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CHICAGO TRIBUNE May 23, 2019 - As many as 30,000 guns may still be in the possession of Illinois residents deemed too dangerous to have them, according to a Tribune investigation.
In an analysis of data released for the first time, the Tribune found the state has repeatedly failed to ensure that people surrender their weapons and gun permits after their Firearm Owner’s Identification cards are revoked, resulting in the breakdown of a system put in place to deter gun violence.
In all, nearly 27,000 Illinois residents over the past four years have not informed authorities what they did with their guns after state police stripped their licenses, according to the analysis. That means law enforcement has no idea whether 78% of revoked cardholders since 2015 still possess guns.
The uncertainty has created a public safety risk that has been compounded for decades by antiquated policies and limited law-enforcement resources.
Among those with dismal compliance rates are residents convicted of domestic violence or people who had their cards rescinded because of mental health concerns, the Tribune analysis shows.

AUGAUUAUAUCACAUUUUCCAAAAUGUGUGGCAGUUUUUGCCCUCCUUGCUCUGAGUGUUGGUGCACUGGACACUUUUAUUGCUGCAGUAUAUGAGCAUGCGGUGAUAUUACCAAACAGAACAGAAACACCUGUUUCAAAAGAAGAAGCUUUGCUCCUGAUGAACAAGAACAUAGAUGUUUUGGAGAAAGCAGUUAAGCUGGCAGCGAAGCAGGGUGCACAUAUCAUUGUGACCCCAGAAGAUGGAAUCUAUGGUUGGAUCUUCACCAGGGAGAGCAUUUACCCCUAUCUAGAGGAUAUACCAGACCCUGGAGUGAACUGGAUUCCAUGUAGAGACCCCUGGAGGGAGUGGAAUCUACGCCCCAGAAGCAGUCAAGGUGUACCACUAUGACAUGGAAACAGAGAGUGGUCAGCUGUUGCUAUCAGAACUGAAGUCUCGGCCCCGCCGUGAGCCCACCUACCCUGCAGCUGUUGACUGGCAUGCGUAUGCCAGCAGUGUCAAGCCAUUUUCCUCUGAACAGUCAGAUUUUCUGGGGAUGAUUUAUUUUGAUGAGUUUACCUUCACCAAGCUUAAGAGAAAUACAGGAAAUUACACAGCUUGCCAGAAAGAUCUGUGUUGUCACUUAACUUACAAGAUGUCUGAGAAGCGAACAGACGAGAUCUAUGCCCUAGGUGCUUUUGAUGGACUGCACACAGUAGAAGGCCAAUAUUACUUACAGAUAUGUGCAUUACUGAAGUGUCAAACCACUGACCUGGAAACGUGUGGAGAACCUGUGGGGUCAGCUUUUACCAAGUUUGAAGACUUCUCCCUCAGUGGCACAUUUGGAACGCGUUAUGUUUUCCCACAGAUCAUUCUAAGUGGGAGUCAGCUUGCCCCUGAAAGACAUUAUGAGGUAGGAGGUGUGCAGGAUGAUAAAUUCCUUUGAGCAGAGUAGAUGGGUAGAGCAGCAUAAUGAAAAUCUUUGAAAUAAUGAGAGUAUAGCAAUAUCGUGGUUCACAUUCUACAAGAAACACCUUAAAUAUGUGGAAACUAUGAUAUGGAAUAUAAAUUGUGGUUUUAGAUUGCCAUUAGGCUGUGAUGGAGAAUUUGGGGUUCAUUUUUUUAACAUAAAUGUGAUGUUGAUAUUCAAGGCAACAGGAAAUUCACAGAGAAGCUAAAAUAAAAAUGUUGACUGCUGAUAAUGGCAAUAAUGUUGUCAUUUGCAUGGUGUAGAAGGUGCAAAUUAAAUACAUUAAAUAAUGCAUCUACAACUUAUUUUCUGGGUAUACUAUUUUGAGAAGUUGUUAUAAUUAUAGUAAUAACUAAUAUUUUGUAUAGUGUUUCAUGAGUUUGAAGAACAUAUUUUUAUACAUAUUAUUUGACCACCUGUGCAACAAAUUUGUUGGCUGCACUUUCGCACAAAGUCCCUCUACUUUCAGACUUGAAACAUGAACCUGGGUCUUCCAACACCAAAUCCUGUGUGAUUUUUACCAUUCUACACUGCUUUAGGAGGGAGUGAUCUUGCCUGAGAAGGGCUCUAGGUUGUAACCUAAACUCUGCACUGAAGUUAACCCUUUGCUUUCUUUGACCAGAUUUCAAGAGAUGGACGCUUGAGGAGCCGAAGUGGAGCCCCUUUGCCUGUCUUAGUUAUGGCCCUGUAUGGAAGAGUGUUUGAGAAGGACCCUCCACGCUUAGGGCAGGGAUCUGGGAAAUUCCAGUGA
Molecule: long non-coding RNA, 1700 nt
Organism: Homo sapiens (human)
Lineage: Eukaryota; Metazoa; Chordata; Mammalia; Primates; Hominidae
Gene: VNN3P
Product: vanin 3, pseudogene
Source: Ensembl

About 3 out of 4 such revokees failed to tell the state where their weapons are, despite making a combined 5,000 serious inquiries about purchasing guns before the revocation.
The broken system was exposed in February, when a disgruntled employee opened fire at the Henry Pratt Co. warehouse in Aurora, killing five co-workers and wounding five officers before dying in a shootout with police. The gunman, a convicted felon named Gary Martin, had his FOID card revoked in 2014 but was never forced to relinquish the Smith & Wesson handgun he used in the shooting.
The Tribune’s analysis of closely held Illinois State Police data — including how often each rescinded cardholder had made a serious inquiry about purchasing a gun — shows that the failure by state and local authorities to follow up on the revocations and account for firearms is widespread and happening in every county in Illinois. [Read More]
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